"In that season when we pause, take a breath, remember those long-ago holidays (and those lost times, friends, and places), and get ready for what the New Year may bring — what better time to take stock and ask ourselves the big question: How should I live, so as to do my best here, and leave easily? Ho, ho, ho indeed."
—George Saunders, author of Tenth of December, on what he’s giving this holiday season
ISSUE 83: Long Way Home :: Oxford American -
Rosanne Cash’s beautiful essay about her roots in Tennessee.
Three Weeks Before Vladimir Nabokov's Lolita, There Was Dorothy Parker's. Coincidence? -
Mrs. Parker and the butterfly effect.
"By 1955, the writing careers of Vladimir Nabokov and Dorothy Parker were headed in opposite directions. Parker’s was in a deep slump. The New Yorker—a magazine she had been instrumental in founding—had not published her fiction in fourteen years. Nabokov, by contrast, was becoming a literary sensation. The New Yorker had published several of his short stories as well as chapters of his autobiography Conclusive Evidence and of his novel Pnin. His next novel, Lolita, would bring him worldwide recognition for its virtuosic prose and the shocking story of a middle-aged man’s relationship with his pubescent stepdaughter and her aggressive mother. It was a manuscript that Nabokov circulated very little because he feared the controversy that would erupt when it was published.
Yet three weeks before Lolita arrived in bookstores in France, where it first came out that September, Parker published a story—in The New Yorker, of all places—titled “Lolita,” and it centered on an older man, a teen bride, and her jealous mother. How could this have come to pass?”
Bob Dylan "Like A Rolling Stone" - Official Interactive Video! -
Revolutionary technology sparks first official video for Bob Dylan’s “Like A Rolling Stone”
THIS IS GENIUS. (But you have to watch it on a computer, so you can change the channels.) Have I mentioned lately how much I love Dylan?
I think the idea of closure, while comforting, is in many ways artificial, especially when grieving a suicide. Closure implies an end, but who stops grieving a lost loved one and when? — Matt Rasmussen, #nbawards Poetry Finalist and author of the poetry collection, “Black Aperture.” Read his full interview here. (via nationalbook)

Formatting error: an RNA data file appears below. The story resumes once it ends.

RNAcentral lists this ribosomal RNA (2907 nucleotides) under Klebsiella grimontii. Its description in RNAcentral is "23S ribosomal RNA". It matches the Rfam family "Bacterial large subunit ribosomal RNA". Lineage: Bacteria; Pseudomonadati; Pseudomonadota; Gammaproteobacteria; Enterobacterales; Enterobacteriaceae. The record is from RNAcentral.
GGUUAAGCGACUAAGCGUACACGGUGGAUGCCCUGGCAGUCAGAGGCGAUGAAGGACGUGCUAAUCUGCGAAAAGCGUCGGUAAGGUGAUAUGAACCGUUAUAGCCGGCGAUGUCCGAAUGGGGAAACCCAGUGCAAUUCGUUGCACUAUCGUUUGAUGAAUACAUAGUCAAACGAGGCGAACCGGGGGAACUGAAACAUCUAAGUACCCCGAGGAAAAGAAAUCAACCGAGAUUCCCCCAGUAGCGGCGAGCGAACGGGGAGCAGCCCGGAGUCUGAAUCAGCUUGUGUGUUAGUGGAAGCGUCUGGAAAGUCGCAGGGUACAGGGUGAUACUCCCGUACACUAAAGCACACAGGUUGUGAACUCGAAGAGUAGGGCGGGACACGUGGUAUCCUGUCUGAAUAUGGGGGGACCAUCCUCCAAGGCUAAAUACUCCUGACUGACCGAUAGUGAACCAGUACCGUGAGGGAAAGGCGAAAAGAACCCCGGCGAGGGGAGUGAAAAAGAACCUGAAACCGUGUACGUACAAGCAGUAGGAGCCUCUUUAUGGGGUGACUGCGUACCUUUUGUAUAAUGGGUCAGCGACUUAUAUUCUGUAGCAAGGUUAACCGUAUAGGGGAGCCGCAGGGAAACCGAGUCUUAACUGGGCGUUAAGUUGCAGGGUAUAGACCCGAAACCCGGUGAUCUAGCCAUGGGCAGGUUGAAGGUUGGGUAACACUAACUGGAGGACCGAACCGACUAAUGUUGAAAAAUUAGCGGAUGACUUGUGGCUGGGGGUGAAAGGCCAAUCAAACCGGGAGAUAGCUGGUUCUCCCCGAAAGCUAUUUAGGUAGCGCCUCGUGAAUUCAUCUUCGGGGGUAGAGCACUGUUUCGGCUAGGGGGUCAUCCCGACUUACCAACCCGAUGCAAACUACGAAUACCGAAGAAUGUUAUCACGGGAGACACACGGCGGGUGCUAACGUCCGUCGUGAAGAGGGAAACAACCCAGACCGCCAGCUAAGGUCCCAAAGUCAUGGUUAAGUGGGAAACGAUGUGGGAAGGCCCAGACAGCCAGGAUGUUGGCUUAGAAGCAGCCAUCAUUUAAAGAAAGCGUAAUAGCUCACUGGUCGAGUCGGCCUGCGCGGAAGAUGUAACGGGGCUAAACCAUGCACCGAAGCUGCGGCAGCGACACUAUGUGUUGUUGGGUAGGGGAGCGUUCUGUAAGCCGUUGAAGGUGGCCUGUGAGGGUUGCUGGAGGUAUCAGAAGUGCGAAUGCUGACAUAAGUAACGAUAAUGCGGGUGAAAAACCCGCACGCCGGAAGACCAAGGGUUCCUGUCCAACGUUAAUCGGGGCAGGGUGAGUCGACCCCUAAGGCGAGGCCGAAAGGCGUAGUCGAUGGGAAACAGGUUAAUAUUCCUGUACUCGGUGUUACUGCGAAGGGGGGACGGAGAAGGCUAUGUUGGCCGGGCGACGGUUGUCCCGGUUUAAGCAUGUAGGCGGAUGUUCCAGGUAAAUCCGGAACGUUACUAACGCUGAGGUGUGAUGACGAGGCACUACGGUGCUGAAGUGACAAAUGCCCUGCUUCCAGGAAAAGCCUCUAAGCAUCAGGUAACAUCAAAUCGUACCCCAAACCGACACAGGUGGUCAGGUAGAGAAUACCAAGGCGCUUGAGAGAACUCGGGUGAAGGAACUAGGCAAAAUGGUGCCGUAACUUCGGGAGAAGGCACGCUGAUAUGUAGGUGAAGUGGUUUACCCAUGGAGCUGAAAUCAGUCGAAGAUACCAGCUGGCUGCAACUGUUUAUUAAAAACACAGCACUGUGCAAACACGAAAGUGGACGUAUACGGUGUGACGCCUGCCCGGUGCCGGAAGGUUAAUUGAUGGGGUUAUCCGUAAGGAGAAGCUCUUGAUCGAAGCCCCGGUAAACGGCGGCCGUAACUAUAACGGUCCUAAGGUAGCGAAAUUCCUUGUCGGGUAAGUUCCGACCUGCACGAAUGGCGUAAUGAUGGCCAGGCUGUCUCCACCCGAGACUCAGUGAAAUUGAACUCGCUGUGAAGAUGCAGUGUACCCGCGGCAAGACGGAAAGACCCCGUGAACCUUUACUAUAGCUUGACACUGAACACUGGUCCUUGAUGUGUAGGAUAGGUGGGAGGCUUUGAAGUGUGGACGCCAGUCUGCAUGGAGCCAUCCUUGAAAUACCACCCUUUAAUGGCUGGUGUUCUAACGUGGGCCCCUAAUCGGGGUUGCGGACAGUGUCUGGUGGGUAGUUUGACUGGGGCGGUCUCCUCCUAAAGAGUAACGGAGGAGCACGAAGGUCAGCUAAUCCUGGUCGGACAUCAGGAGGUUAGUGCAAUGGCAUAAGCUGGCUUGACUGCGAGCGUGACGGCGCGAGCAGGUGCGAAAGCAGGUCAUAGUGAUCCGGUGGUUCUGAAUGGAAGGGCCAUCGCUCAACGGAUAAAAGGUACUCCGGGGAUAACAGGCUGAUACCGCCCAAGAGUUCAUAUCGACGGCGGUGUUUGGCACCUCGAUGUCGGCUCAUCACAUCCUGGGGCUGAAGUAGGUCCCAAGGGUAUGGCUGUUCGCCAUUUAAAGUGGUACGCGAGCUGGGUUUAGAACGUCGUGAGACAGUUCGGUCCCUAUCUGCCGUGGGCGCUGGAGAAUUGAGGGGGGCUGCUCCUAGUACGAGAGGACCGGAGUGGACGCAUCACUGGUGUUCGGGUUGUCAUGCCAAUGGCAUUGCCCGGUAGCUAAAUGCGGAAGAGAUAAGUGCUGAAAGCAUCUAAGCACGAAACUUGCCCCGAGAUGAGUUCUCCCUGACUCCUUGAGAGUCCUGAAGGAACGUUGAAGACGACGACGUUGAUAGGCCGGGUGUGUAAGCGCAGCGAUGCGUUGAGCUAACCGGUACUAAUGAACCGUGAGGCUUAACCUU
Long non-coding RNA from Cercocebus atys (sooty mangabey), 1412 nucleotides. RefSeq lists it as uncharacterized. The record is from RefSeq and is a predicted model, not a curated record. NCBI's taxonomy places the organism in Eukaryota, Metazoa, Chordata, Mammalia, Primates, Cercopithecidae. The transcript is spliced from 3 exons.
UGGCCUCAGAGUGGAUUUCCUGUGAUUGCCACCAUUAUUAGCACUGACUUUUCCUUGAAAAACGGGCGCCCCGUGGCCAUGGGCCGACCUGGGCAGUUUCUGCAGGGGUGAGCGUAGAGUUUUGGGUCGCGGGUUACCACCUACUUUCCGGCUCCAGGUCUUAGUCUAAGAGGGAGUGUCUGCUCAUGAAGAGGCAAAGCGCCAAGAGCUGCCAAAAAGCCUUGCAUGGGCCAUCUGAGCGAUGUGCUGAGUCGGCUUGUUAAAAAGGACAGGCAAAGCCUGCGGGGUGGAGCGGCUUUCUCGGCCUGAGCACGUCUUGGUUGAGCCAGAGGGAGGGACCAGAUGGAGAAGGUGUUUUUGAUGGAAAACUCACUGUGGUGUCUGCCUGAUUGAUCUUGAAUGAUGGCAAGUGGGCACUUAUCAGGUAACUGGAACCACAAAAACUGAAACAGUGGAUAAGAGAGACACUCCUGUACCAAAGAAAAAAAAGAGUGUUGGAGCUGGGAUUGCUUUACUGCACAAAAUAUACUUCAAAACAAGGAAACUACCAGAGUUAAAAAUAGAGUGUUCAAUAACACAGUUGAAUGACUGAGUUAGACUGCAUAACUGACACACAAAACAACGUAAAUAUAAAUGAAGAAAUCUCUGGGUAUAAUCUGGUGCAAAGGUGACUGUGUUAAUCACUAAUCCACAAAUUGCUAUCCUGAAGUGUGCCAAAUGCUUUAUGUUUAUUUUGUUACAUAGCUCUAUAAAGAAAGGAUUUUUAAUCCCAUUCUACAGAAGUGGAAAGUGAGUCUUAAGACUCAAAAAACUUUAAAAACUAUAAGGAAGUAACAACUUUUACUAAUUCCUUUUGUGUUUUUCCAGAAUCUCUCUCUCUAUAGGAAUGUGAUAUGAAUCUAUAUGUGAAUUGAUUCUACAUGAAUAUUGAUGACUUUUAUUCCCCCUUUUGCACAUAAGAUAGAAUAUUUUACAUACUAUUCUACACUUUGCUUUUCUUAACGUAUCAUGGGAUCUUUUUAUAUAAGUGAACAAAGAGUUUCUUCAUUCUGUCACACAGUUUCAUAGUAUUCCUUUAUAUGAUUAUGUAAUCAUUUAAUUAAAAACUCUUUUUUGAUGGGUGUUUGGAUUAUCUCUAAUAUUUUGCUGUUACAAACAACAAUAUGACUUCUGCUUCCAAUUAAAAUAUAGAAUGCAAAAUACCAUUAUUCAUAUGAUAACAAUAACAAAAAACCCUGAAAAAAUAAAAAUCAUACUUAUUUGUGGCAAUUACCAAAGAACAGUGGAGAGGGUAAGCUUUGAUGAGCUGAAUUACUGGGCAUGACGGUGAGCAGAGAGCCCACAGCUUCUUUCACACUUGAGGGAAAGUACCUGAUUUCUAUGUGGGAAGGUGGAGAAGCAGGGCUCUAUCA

36th Annual Authors’ Night at the National Press Club in Washington. Politics & Prose has signed copies of YOU ARE ONE OF THEM in stock. Even if you don’t live in D.C., you can order them online. Holiday gifts, perhaps?
What Does Cancer Smell Like? -
Why scientists are putting stock in an electronic nose.
A Cold War Fought by Women -
New evidence shows that female aggression helps explain peer pressure to meet standards of physical appearance and sexual conduct.
"Other studies have shown that the more attractive an adolescent girl or woman is, the more likely she is to become a target for indirect aggression from her female peers.”
Paris Review - Curated by Rachel Kushner, The Flamethrowers -
The Paris Review is a literary magazine featuring original writing, art, and in-depth interviews with famous writers.
The National Book Award ceremony is tomorrow. I loved George Saunders’s Tenth of December (especially the stunning story called “The Semplica-Girl Diaries”) but I’m still rooting for Rachel Kushner. The Flamethrowers (so kinetic!) is my favorite novel of the year.
Imagining that reality—in which everybody (except me) becomes a corpse—presents no difficulties whatsoever. Like most people in New York City, I daily expect to find myself walking the West Side Highway with nothing but a shopping cart stacked with bottled water, a flashlight, and a dead loved one on my back, seeking a suitable site for burial. The postapocalyptic scenario—the future in which everyone’s a corpse (except you)—must be, at this point, one of the most thoroughly imagined fictions of the age. —
It takes a certain skill to link Taipei by Tao Lin, My Struggle Part I and Part II by Karl Ove Knausgaard and an old book on Italian painting in a single essay, but Zadie Smith is (naturally) the writer for the job. In a new piece for The NY Review of Books, she asks the reader to “imagine [a drawing of a corpse] represents an absolute certainty about you, namely, that you will one day be a corpse.” (via millionsmillions)
Zadie Smith is insanely smart. Man, I love this essay.